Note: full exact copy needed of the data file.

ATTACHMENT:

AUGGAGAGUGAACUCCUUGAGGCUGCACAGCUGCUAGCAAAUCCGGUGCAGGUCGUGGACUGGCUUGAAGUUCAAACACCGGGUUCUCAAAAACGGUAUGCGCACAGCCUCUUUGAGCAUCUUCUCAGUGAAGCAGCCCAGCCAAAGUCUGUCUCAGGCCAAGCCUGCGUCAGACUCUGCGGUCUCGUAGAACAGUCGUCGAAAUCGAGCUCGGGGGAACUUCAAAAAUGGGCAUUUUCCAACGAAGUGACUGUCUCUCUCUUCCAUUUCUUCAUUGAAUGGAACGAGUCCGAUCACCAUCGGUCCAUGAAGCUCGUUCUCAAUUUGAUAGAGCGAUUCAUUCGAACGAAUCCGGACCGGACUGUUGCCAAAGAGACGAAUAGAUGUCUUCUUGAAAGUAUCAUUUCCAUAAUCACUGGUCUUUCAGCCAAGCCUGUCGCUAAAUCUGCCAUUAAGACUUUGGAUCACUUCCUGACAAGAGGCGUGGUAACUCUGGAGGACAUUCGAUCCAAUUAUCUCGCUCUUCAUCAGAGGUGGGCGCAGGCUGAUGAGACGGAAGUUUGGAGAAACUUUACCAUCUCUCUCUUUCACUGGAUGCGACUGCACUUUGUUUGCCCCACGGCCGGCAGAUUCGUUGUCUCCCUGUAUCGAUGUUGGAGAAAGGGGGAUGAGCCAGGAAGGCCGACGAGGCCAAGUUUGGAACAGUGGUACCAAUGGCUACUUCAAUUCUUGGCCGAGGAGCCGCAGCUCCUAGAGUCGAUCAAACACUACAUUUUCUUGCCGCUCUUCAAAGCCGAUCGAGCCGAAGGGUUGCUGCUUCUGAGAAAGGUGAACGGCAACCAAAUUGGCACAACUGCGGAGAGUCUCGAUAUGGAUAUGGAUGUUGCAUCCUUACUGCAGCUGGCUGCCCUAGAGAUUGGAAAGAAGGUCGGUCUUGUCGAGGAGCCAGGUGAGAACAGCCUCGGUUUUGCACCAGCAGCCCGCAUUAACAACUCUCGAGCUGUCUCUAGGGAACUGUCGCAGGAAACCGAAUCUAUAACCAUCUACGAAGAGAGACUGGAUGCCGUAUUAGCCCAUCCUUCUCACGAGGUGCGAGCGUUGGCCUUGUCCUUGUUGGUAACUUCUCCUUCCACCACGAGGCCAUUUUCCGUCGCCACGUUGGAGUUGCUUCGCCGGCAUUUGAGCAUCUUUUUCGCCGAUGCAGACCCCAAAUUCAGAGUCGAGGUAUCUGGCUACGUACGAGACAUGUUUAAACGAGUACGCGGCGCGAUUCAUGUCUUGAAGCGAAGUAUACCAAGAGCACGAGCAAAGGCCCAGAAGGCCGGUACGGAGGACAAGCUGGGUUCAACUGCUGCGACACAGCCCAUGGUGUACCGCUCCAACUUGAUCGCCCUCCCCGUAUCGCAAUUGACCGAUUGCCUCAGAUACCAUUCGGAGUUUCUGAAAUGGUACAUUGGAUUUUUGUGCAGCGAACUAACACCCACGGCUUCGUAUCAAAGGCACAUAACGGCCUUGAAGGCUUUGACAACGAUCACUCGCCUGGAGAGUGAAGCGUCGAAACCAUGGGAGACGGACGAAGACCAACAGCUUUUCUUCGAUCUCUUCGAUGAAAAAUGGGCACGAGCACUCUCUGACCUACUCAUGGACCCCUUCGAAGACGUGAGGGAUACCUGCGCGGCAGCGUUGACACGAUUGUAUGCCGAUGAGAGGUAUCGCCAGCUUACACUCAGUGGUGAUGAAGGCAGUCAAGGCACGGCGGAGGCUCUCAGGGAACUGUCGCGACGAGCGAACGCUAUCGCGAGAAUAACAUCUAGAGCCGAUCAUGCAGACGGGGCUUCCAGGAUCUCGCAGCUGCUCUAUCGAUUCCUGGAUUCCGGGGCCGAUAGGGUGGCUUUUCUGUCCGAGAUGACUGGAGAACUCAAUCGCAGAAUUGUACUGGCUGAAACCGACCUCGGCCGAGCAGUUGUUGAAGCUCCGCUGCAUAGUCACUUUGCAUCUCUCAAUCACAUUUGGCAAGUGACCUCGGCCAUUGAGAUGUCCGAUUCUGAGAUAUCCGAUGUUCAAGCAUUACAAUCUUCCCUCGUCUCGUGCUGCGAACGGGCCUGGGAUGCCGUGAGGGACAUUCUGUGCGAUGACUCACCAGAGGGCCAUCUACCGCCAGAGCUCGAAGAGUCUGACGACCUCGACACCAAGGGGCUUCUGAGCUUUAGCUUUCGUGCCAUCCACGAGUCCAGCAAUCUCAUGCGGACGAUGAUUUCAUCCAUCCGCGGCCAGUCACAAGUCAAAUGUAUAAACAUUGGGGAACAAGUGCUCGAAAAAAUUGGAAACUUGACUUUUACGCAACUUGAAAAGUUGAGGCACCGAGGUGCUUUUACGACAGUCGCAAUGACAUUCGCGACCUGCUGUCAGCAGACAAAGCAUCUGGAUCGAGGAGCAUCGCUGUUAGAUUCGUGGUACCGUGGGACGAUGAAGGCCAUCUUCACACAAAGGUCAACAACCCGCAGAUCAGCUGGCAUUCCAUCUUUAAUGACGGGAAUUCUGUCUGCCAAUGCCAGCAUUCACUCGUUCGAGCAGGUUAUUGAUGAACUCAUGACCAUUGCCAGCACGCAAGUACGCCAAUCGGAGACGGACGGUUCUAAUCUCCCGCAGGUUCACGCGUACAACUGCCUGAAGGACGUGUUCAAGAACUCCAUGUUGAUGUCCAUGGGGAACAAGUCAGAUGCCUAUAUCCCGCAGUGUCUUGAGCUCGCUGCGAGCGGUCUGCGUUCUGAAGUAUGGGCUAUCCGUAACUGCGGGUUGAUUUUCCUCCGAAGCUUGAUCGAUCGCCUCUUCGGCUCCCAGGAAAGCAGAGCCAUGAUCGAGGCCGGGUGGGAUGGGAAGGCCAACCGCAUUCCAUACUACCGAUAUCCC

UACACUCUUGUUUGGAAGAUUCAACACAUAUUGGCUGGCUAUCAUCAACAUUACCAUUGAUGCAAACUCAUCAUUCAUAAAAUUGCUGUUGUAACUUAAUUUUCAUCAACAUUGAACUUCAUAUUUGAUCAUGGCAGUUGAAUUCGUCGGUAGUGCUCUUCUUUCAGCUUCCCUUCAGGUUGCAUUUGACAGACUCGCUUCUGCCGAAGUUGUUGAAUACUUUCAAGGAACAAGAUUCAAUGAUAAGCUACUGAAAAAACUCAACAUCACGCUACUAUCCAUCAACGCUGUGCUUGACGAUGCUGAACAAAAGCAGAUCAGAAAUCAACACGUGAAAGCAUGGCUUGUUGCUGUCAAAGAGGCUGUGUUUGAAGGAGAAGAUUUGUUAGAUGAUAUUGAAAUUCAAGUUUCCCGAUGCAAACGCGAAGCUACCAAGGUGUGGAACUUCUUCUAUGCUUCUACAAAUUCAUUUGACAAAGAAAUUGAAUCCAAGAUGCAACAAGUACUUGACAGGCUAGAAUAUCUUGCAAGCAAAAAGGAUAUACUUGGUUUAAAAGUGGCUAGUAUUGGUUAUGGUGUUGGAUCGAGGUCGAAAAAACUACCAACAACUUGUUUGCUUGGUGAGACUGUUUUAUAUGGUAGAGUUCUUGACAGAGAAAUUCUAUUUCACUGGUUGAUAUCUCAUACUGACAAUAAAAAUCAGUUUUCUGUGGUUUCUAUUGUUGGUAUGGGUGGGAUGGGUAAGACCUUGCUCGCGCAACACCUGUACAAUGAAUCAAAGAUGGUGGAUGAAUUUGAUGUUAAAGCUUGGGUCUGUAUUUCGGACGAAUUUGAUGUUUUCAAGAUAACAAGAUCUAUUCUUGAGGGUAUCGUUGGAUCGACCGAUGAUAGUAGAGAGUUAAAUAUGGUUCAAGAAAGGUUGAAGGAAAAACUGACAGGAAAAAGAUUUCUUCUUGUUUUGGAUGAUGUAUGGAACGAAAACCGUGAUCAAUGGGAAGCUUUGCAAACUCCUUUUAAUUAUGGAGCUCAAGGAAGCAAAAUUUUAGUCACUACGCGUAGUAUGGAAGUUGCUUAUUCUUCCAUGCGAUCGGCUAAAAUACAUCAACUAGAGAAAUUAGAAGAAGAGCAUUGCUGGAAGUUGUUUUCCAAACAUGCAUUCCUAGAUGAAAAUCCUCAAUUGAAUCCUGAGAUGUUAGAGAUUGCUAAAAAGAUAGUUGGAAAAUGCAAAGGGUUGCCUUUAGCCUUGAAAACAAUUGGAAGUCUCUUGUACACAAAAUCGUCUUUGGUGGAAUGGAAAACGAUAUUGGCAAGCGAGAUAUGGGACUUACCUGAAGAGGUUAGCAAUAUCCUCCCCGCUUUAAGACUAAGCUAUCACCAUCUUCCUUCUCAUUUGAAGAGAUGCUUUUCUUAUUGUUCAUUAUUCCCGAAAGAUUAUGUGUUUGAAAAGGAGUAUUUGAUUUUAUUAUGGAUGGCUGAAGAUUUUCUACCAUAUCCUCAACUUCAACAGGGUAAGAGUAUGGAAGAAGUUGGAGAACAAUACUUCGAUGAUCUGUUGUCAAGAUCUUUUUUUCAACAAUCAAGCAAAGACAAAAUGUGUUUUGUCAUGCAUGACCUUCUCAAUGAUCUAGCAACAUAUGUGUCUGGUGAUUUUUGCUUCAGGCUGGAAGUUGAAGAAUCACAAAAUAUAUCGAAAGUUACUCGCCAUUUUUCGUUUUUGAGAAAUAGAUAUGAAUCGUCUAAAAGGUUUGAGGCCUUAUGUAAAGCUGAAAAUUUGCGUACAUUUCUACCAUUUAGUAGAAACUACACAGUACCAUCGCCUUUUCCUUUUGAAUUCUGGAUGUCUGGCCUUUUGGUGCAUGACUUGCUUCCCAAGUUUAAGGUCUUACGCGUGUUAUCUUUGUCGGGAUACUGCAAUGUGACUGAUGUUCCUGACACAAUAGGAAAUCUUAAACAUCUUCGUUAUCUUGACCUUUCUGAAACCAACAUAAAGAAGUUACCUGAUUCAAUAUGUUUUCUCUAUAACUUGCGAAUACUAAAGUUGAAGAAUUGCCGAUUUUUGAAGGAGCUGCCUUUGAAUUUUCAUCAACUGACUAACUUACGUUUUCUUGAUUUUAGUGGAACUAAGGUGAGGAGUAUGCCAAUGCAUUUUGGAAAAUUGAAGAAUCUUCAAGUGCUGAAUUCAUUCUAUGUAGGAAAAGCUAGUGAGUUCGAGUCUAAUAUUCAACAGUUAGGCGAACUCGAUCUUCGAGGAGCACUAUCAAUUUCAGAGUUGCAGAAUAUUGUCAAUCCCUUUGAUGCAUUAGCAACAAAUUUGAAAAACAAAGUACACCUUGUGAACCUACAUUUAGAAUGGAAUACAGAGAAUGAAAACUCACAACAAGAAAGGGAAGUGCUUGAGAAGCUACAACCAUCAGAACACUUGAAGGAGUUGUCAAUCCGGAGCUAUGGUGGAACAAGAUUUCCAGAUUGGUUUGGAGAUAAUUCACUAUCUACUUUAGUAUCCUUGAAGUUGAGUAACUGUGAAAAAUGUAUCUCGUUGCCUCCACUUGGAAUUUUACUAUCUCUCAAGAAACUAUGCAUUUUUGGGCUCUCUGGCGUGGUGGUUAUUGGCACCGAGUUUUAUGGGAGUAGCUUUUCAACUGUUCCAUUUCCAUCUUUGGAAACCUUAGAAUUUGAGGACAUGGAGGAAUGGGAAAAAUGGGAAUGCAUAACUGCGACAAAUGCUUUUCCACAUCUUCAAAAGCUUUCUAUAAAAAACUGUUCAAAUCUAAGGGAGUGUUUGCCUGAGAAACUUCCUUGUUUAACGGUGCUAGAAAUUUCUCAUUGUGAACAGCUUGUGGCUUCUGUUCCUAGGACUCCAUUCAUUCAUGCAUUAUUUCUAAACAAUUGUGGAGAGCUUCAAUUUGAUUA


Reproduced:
AUGGAGAGUGAACUCCUUGAGGCUGCACAGCUGCUAGCAAAUCCGGUGCAGGUCGUGGACUGGCUUGAAGUUCAAACACCGGGUUCUCAAAAACGGUAUGCGCACAGCCUCUUUGAGCAUCUUCUCAGUGAAGCAGCCCAGCCAAAGUCUGUCUCAGGCCAAGCCUGCGUCAGACUCUGCGGUCUCGUAGAACAGUCGUCGAAAUCGAGCUCGGGGGAACUUCAAAAAUGGGCAUUUUCCAACGAAGUGACUGUCUCUCUCUUCCAUUUCUUCAUUGAAUGGAACGAGUCCGAUCACCAUCGGUCCAUGAAGCUCGUUCUCAAUUUGAUAGAGCGAUUCAUUCGAACGAAUCCGGACCGGACUGUUGCCAAAGAGACGAAUAGAUGUCUUCUUGAAAGUAUCAUUUCCAUAAUCACUGGUCUUUCAGCCAAGCCUGUCGCUAAAUCUGCCAUUAAGACUUUGGAUCACUUCCUGACAAGAGGCGUGGUAACUCUGGAGGACAUUCGAUCCAAUUAUCUCGCUCUUCAUCAGAGGUGGGCGCAGGCUGAUGAGACGGAAGUUUGGAGAAACUUUACCAUCUCUCUCUUUCACUGGAUGCGACUGCACUUUGUUUGCCCCACGGCCGGCAGAUUCGUUGUCUCCCUGUAUCGAUGUUGGAGAAAGGGGGAUGAGCCAGGAAGGCCGACGAGGCCAAGUUUGGAACAGUGGUACCAAUGGCUACUUCAAUUCUUGGCCGAGGAGCCGCAGCUCCUAGAGUCGAUCAAACACUACAUUUUCUUGCCGCUCUUCAAAGCCGAUCGAGCCGAAGGGUUGCUGCUUCUGAGAAAGGUGAACGGCAACCAAAUUGGCACAACUGCGGAGAGUCUCGAUAUGGAUAUGGAUGUUGCAUCCUUACUGCAGCUGGCUGCCCUAGAGAUUGGAAAGAAGGUCGGUCUUGUCGAGGAGCCAGGUGAGAACAGCCUCGGUUUUGCACCAGCAGCCCGCAUUAACAACUCUCGAGCUGUCUCUAGGGAACUGUCGCAGGAAACCGAAUCUAUAACCAUCUACGAAGAGAGACUGGAUGCCGUAUUAGCCCAUCCUUCUCACGAGGUGCGAGCGUUGGCCUUGUCCUUGUUGGUAACUUCUCCUUCCACCACGAGGCCAUUUUCCGUCGCCACGUUGGAGUUGCUUCGCCGGCAUUUGAGCAUCUUUUUCGCCGAUGCAGACCCCAAAUUCAGAGUCGAGGUAUCUGGCUACGUACGAGACAUGUUUAAACGAGUACGCGGCGCGAUUCAUGUCUUGAAGCGAAGUAUACCAAGAGCACGAGCAAAGGCCCAGAAGGCCGGUACGGAGGACAAGCUGGGUUCAACUGCUGCGACACAGCCCAUGGUGUACCGCUCCAACUUGAUCGCCCUCCCCGUAUCGCAAUUGACCGAUUGCCUCAGAUACCAUUCGGAGUUUCUGAAAUGGUACAUUGGAUUUUUGUGCAGCGAACUAACACCCACGGCUUCGUAUCAAAGGCACAUAACGGCCUUGAAGGCUUUGACAACGAUCACUCGCCUGGAGAGUGAAGCGUCGAAACCAUGGGAGACGGACGAAGACCAACAGCUUUUCUUCGAUCUCUUCGAUGAAAAAUGGGCACGAGCACUCUCUGACCUACUCAUGGACCCCUUCGAAGACGUGAGGGAUACCUGCGCGGCAGCGUUGACACGAUUGUAUGCCGAUGAGAGGUAUCGCCAGCUUACACUCAGUGGUGAUGAAGGCAGUCAAGGCACGGCGGAGGCUCUCAGGGAACUGUCGCGACGAGCGAACGCUAUCGCGAGAAUAACAUCUAGAGCCGAUCAUGCAGACGGGGCUUCCAGGAUCUCGCAGCUGCUCUAUCGAUUCCUGGAUUCCGGGGCCGAUAGGGUGGCUUUUCUGUCCGAGAUGACUGGAGAACUCAAUCGCAGAAUUGUACUGGCUGAAACCGACCUCGGCCGAGCAGUUGUUGAAGCUCCGCUGCAUAGUCACUUUGCAUCUCUCAAUCACAUUUGGCAAGUGACCUCGGCCAUUGAGAUGUCCGAUUCUGAGAUAUCCGAUGUUCAAGCAUUACAAUCUUCCCUCGUCUCGUGCUGCGAACGGGCCUGGGAUGCCGUGAGGGACAUUCUGUGCGAUGACUCACCAGAGGGCCAUCUACCGCCAGAGCUCGAAGAGUCUGACGACCUCGACACCAAGGGGCUUCUGAGCUUUAGCUUUCGUGCCAUCCACGAGUCCAGCAAUCUCAUGCGGACGAUGAUUUCAUCCAUCCGCGGCCAGUCACAAGUCAAAUGUAUAAACAUUGGGGAACAAGUGCUCGAAAAAAUUGGAAACUUGACUUUUACGCAACUUGAAAAGUUGAGGCACCGAGGUGCUUUUACGACAGUCGCAAUGACAUUCGCGACCUGCUGUCAGCAGACAAAGCAUCUGGAUCGAGGAGCAUCGCUGUUAGAUUCGUGGUACCGUGGGACGAUGAAGGCCAUCUUCACACAAAGGUCAACAACCCGCAGAUCAGCUGGCAUUCCAUCUUUAAUGACGGGAAUUCUGUCUGCCAAUGCCAGCAUUCACUCGUUCGAGCAGGUUAUUGAUGAACUCAUGACCAUUGCCAGCACGCAAGUACGCCAAUCGGAGACGGACGGUUCUAAUCUCCCGCAGGUUCACGCGUACAACUGCCUGAAGGACGUGUUCAAGAACUCCAUGUUGAUGUCCAUGGGGAACAAGUCAGAUGCCUAUAUCCCGCAGUGUCUUGAGCUCGCUGCGAGCGGUCUGCGUUCUGAAGUAUGGGCUAUCCGUAACUGCGGGUUGAUUUUCCUCCGAAGCUUGAUCGAUCGCCUCUUCGGCUCCCAGGAAAGCAGAGCCAUGAUCGAGGCCGGGUGGGAUGGGAAGGCCAACCGCAUUCCAUACUACCGAUAUCCC

UACACUCUUGUUUGGAAGAUUCAACACAUAUUGGCUGGCUAUCAUCAACAUUACCAUUGAUGCAAACUCAUCAUUCAUAAAAUUGCUGUUGUAACUUAAUUUUCAUCAACAUUGAACUUCAUAUUUGAUCAUGGCAGUUGAAUUCGUCGGUAGUGCUCUUCUUUCAGCUUCCCUUCAGGUUGCAUUUGACAGACUCGCUUCUGCCGAAGUUGUUGAAUACUUUCAAGGAACAAGAUUCAAUGAUAAGCUACUGAAAAAACUCAACAUCACGCUACUAUCCAUCAACGCUGUGCUUGACGAUGCUGAACAAAAGCAGAUCAGAAAUCAACACGUGAAAGCAUGGCUUGUUGCUGUCAAAGAGGCUGUGUUUGAAGGAGAAGAUUUGUUAGAUGAUAUUGAAAUUCAAGUUUCCCGAUGCAAACGCGAAGCUACCAAGGUGUGGAACUUCUUCUAUGCUUCUACAAAUUCAUUUGACAAAGAAAUUGAAUCCAAGAUGCAACAAGUACUUGACAGGCUAGAAUAUCUUGCAAGCAAAAAGGAUAUACUUGGUUUAAAAGUGGCUAGUAUUGGUUAUGGUGUUGGAUCGAGGUCGAAAAAACUACCAACAACUUGUUUGCUUGGUGAGACUGUUUUAUAUGGUAGAGUUCUUGACAGAGAAAUUCUAUUUCACUGGUUGAUAUCUCAUACUGACAAUAAAAAUCAGUUUUCUGUGGUUUCUAUUGUUGGUAUGGGUGGGAUGGGUAAGACCUUGCUCGCGCAACACCUGUACAAUGAAUCAAAGAUGGUGGAUGAAUUUGAUGUUAAAGCUUGGGUCUGUAUUUCGGACGAAUUUGAUGUUUUCAAGAUAACAAGAUCUAUUCUUGAGGGUAUCGUUGGAUCGACCGAUGAUAGUAGAGAGUUAAAUAUGGUUCAAGAAAGGUUGAAGGAAAAACUGACAGGAAAAAGAUUUCUUCUUGUUUUGGAUGAUGUAUGGAACGAAAACCGUGAUCAAUGGGAAGCUUUGCAAACUCCUUUUAAUUAUGGAGCUCAAGGAAGCAAAAUUUUAGUCACUACGCGUAGUAUGGAAGUUGCUUAUUCUUCCAUGCGAUCGGCUAAAAUACAUCAACUAGAGAAAUUAGAAGAAGAGCAUUGCUGGAAGUUGUUUUCCAAACAUGCAUUCCUAGAUGAAAAUCCUCAAUUGAAUCCUGAGAUGUUAGAGAUUGCUAAAAAGAUAGUUGGAAAAUGCAAAGGGUUGCCUUUAGCCUUGAAAACAAUUGGAAGUCUCUUGUACACAAAAUCGUCUUUGGUGGAAUGGAAAACGAUAUUGGCAAGCGAGAUAUGGGACUUACCUGAAGAGGUUAGCAAUAUCCUCCCCGCUUUAAGACUAAGCUAUCACCAUCUUCCUUCUCAUUUGAAGAGAUGCUUUUCUUAUUGUUCAUUAUUCCCGAAAGAUUAUGUGUUUGAAAAGGAGUAUUUGAUUUUAUUAUGGAUGGCUGAAGAUUUUCUACCAUAUCCUCAACUUCAACAGGGUAAGAGUAUGGAAGAAGUUGGAGAACAAUACUUCGAUGAUCUGUUGUCAAGAUCUUUUUUUCAACAAUCAAGCAAAGACAAAAUGUGUUUUGUCAUGCAUGACCUUCUCAAUGAUCUAGCAACAUAUGUGUCUGGUGAUUUUUGCUUCAGGCUGGAAGUUGAAGAAUCACAAAAUAUAUCGAAAGUUACUCGCCAUUUUUCGUUUUUGAGAAAUAGAUAUGAAUCGUCUAAAAGGUUUGAGGCCUUAUGUAAAGCUGAAAAUUUGCGUACAUUUCUACCAUUUAGUAGAAACUACACAGUACCAUCGCCUUUUCCUUUUGAAUUCUGGAUGUCUGGCCUUUUGGUGCAUGACUUGCUUCCCAAGUUUAAGGUCUUACGCGUGUUAUCUUUGUCGGGAUACUGCAAUGUGACUGAUGUUCCUGACACAAUAGGAAAUCUUAAACAUCUUCGUUAUCUUGACCUUUCUGAAACCAACAUAAAGAAGUUACCUGAUUCAAUAUGUUUUCUCUAUAACUUGCGAAUACUAAAGUUGAAGAAUUGCCGAUUUUUGAAGGAGCUGCCUUUGAAUUUUCAUCAACUGACUAACUUACGUUUUCUUGAUUUUAGUGGAACUAAGGUGAGGAGUAUGCCAAUGCAUUUUGGAAAAUUGAAGAAUCUUCAAGUGCUGAAUUCAUUCUAUGUAGGAAAAGCUAGUGAGUUCGAGUCUAAUAUUCAACAGUUAGGCGAACUCGAUCUUCGAGGAGCACUAUCAAUUUCAGAGUUGCAGAAUAUUGUCAAUCCCUUUGAUGCAUUAGCAACAAAUUUGAAAAACAAAGUACACCUUGUGAACCUACAUUUAGAAUGGAAUACAGAGAAUGAAAACUCACAACAAGAAAGGGAAGUGCUUGAGAAGCUACAACCAUCAGAACACUUGAAGGAGUUGUCAAUCCGGAGCUAUGGUGGAACAAGAUUUCCAGAUUGGUUUGGAGAUAAUUCACUAUCUACUUUAGUAUCCUUGAAGUUGAGUAACUGUGAAAAAUGUAUCUCGUUGCCUCCACUUGGAAUUUUACUAUCUCUCAAGAAACUAUGCAUUUUUGGGCUCUCUGGCGUGGUGGUUAUUGGCACCGAGUUUUAUGGGAGUAGCUUUUCAACUGUUCCAUUUCCAUCUUUGGAAACCUUAGAAUUUGAGGACAUGGAGGAAUGGGAAAAAUGGGAAUGCAUAACUGCGACAAAUGCUUUUCCACAUCUUCAAAAGCUUUCUAUAAAAAACUGUUCAAAUCUAAGGGAGUGUUUGCCUGAGAAACUUCCUUGUUUAACGGUGCUAGAAAUUUCUCAUUGUGAACAGCUUGUGGCUUCUGUUCCUAGGACUCCAUUCAUUCAUGCAUUAUUUCUAAACAAUUGUGGAGAGCUUCAAUUUGAUUA